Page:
Etymology
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Turing machine (n.)
1937, named for English mathematician and computer pioneer Alan M. Turing (1912-1954), who described such a device in 1936.
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Zamboni (n.)
proprietary name of a machine used to resurface ice skating rinks, 1957, trademark of Frank J. Zamboni & Co., Paramount, Calif.
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Maxim 

single-barreled water-cooled machine gun, 1885 (Maxim gun), named for inventor, U.S.-born British engineer Sir Hiram S. Maxim (1840-1916).

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PASCAL 
high-level computer programming language, 1971, named for French scholar Blaise Pascal (1623-1662), who invented a calculating machine c. 1642.
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Thompson (n.)
type of sub-machine gun, 1919, named for U.S. Gen. John T. Thompson (1860-1940), who conceived it and whose company financed it. Familiarly Tommy gun by 1929.
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Linotype (n.)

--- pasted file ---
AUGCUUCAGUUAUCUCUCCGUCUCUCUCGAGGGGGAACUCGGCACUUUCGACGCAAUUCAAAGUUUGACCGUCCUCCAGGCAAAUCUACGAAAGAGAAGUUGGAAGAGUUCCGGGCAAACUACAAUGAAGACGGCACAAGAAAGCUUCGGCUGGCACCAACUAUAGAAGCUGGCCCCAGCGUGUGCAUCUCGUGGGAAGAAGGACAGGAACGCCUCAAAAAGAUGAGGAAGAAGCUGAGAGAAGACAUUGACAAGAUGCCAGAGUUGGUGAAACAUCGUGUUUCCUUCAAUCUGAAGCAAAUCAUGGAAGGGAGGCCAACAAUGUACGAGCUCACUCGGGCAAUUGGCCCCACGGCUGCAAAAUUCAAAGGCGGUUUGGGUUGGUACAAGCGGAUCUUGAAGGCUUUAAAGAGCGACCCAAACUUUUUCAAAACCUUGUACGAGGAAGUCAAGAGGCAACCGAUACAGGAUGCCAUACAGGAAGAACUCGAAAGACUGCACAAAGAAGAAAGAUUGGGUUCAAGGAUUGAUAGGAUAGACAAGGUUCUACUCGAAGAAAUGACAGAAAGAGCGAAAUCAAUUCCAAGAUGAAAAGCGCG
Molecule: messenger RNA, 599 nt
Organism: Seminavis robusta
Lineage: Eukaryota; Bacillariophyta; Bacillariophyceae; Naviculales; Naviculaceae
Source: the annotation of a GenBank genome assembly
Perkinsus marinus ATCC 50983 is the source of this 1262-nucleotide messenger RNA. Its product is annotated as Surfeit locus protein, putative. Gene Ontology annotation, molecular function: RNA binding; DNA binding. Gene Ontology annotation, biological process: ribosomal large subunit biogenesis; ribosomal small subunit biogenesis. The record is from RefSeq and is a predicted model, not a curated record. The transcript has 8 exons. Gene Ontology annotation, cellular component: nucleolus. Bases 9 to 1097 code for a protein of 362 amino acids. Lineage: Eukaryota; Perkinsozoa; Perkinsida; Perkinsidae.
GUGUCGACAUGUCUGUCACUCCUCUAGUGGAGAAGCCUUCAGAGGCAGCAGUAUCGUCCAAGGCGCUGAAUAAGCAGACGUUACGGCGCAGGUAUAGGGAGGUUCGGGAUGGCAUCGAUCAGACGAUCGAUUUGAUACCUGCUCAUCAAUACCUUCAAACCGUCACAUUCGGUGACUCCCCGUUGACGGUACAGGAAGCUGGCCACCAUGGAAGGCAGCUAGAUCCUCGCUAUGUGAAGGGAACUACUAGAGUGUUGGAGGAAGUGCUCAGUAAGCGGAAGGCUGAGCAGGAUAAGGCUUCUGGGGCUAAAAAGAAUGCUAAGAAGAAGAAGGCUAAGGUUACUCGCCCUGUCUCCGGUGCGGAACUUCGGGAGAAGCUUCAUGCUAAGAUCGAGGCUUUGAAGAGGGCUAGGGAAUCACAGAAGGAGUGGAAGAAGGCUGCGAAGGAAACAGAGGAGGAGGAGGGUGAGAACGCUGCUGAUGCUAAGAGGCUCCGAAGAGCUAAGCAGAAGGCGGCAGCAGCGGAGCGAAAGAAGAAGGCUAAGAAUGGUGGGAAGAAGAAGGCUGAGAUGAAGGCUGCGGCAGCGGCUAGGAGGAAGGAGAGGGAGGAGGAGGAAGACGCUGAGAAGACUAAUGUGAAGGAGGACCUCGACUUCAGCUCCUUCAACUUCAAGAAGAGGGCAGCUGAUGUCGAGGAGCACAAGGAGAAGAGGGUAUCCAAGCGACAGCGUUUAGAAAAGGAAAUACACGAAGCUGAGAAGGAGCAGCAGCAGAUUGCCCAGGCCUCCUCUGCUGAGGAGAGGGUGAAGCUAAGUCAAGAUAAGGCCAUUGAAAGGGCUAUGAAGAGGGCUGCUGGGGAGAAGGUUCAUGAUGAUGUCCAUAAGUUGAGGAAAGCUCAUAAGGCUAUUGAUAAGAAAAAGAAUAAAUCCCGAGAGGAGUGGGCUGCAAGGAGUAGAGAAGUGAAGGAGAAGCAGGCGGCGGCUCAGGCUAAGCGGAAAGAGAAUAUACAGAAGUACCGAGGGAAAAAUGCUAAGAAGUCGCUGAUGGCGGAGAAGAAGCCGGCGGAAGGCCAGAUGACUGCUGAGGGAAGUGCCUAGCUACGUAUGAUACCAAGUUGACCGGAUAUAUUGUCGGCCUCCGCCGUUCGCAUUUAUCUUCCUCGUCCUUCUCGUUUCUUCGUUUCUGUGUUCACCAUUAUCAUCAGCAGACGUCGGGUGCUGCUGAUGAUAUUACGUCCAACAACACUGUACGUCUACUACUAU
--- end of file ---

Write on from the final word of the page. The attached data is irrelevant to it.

proprietary name of a machine for producing stereotyped lines of type for printing, 1886, American English, trademark name (Mergenthaler Linotype Co.), a contraction of line o' type. Invented by Ottmar Mergenthaler (1854-1899) and in widespread use in U.S. newspaper production early 20c.
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Tommy 
"British soldier," 1884, from Thomas Atkins, since 1815 the typical sample name for filling in army forms. Tommy gun (1929) is short for Thompson gun (see Thompson). Soon extended to other types of sub-machine gun, especially those favored by the mob.
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Hollerith (adj.)
1890, in reference to a punch-card system used in a mechanical tabulator and later for data processing in in the earliest computers, from name of U.S. inventor Herman Hollerith (1860-1929), who designed the system. For a time, in mid-20c. it sometimes was used figuratively in reference to modern society viewed as a processing machine.
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Hotchkiss (n.)
1878, type of machine gun named for its inventor, U.S. armaments-maker Benjamin B. Hotchkiss (1826-1885). In Japanese, the word for "stapler" is hotchikisu after the E. H. Hotchkiss Company of Norwalk, Connecticut, U.S., early and prominent manufacturer of staplers (incorporated 1895, name from 1897), which apparently was run by relatives of the gun inventor. The surname (attested from late 15c. as Hochekys) is a variant of Hodgkin.
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